# Integrals of the square root of a cubic polynomial

Say I have a function

$$V(x)=A(x-x_1)(x-x_2)(x-x_3)$$

where $x_1$, $x_2$, $x_3$ are the three roots in increasing order and $A$ is positive. Clearly $V(x)$ is positive at large $x > x_3$, negative between $x_2$ and $x_3$, and so on.

Now, say I wish to evaluate

$$\int_{x_2}^{x_3}\sqrt{-V(x)}\mathrm dx$$

How do I do it?

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This is an elliptic integral and can be expressed in terms of the complete elliptic integral of the second kind.

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Well, you can't integrate it in terms of elementary functions like the arctangent or the logarithm in general (unless there is some special configuration of your roots). Having an integrand that contains the square root of a cubic will result in the use of so-called "elliptic integrals".

I'll evaluate the integral explicitly here for reference; most of the current computing environments seem to be unable to return reasonable expressions for elliptic integrals.

For this solution, I will assume $A=1$; you can multiply the result of the following by $\sqrt{A}$ afterwards.

Now, we consider first the indefinite integral (let's worry about the limits later)

$$\int\sqrt{(x_3-x)(x-x_2)(x-x_1)}\;\mathrm dx,\qquad x_3 > x_2 > x_1$$

The first step here is to perform an appropriate Möbius (rational) transformation, which is equivalent to projecting your cubic to a quartic or quadratic, which hopefully has a nice factorization. I'll skip the details on how to obtain it, and point out that the required substitution is

$$x=\frac{x_2-x_1\frac{x_3-x_2}{x_3-x_1}u}{1-\frac{x_3-x_2}{x_3-x_1}u}$$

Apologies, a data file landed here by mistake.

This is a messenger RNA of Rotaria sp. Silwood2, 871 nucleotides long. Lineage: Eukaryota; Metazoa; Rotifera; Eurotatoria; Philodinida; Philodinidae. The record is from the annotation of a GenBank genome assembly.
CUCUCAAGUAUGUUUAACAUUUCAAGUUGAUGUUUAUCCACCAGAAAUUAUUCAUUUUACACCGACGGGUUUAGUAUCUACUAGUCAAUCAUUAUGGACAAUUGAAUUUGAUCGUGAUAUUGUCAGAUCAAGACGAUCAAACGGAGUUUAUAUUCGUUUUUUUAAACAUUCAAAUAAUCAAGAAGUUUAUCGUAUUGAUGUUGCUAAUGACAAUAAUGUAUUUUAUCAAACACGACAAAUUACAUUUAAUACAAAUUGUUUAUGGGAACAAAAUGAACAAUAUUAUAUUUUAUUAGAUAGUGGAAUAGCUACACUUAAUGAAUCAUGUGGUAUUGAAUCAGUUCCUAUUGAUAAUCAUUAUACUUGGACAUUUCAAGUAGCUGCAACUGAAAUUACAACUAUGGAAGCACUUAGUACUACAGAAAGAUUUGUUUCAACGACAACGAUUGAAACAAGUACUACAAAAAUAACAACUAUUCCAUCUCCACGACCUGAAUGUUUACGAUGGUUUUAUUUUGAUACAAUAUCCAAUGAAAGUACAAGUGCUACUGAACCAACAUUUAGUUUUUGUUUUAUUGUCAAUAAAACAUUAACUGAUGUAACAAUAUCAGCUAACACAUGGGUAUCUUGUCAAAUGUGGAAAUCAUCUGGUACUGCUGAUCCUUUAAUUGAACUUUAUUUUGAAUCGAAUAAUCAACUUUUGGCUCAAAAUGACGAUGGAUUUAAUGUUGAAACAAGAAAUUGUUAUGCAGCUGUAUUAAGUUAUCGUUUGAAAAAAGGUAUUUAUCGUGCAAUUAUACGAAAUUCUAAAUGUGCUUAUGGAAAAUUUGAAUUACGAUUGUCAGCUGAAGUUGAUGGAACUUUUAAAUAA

Performing this substitution yields

$$\frac{(x_3-x_2)^2(x_2-x_1)^2}{(x_3-x_1)\sqrt{x_3-x_1}}\int\frac1{\left(1-\frac{x_3-x_2}{x_3-x_1}u\right)^3}\sqrt{\frac{u(1-u)}{1-\frac{x_3-x_2}{x_3-x_1}u}}\mathrm du$$

It is at this point that we require the services of the Jacobian elliptic functions $\mathrm{sn}(v|m)$, $\mathrm{cn}(v|m)$, and $\mathrm{dn}(v|m)$. The elliptic function identities pertinent to this problem are the two Pythagorean relations

$$\mathrm{cn}^2(v|m)+\mathrm{sn}^2(v|m)=1,\qquad \mathrm{dn}^2(v|m)+m\,\mathrm{sn}^2(v|m)=1$$

and the differential relation

$$\frac{\mathrm d}{\mathrm dv}\mathrm{sn}(v|m)=\mathrm{cn}(v|m)\mathrm{dn}(v|m)$$

thus, letting $u=\mathrm{sn}^2(v|m)$ (and letting $\Delta$ be the constant in front to avoid clutter), we have

$$2\Delta\int\frac{\mathrm{sn}(v|m)\mathrm{cn}(v|m)\mathrm{dn}(v|m)}{\left(1-\frac{x_3-x_2}{x_3-x_1}\mathrm{sn}^2(v|m)\right)^3}\sqrt{\frac{\mathrm{sn}^2(v|m)(1-\mathrm{sn}^2(v|m))}{1-\frac{x_3-x_2}{x_3-x_1}\mathrm{sn}^2(v|m)}}\mathrm dv$$

and if we let $m=\frac{x_3-x_2}{x_3-x_1}$, both Pythagorean relations can be applied to yield

$$2\Delta\int\frac{\mathrm{sn}^2(v|m)\mathrm{cn}^2(v|m)}{\mathrm{dn}^6(v|m)}\mathrm dv$$

At this point, we now insert the proper limits for the definite integral by performing the inverses of the last two transformations on the limits $x=x_2$ and $x=x_3$. The new limits are seen to be $v=0$ and $v=K(m)=K\left(\frac{x_3-x_2}{x_3-x_1}\right)$, where $K(m)$ is the complete elliptic integral of the first kind. The definite integral is now

$$2\Delta\int_0^{K(m)}\frac{\mathrm{sn}^2(v|m)\mathrm{cn}^2(v|m)}{\mathrm{dn}^6(v|m)}\mathrm dv$$

Using formula 361.18 in Byrd/Friedman (and after much tears and algebra), we finally arrive at the result

\begin{align*} \frac2{15}\sqrt{x_3-x_1}&\left(2(x_1^2+x_2^2+x_3^2-x_1 x_2-x_2 x_3-x_1 x_3)E\left(\frac{x_3-x_2}{x_3-x_1}\right)-\right.\\ &\left.\quad(x_2-x_1)(x_3-x_1+x_2-x_1)K\left(\frac{x_3-x_2}{x_3-x_1}\right)\right) \end{align*}

where $E(m)$ is the complete elliptic integral of the second kind.

Byrd/Friedman would be one of the best references on this subject; they have a comprehensive listing of formulae for reducing elliptic integrals to the Legendre-Jacobi forms.

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In a sense, this is one of the few cases where having a closed form is better than resorting to numerical integration, since both complete elliptic integrals can be computed relatively quickly via the arithmetic-geometric mean, which is much faster than using a numerical quadrature method. –  Ｊ. Ｍ. May 5 '11 at 7:28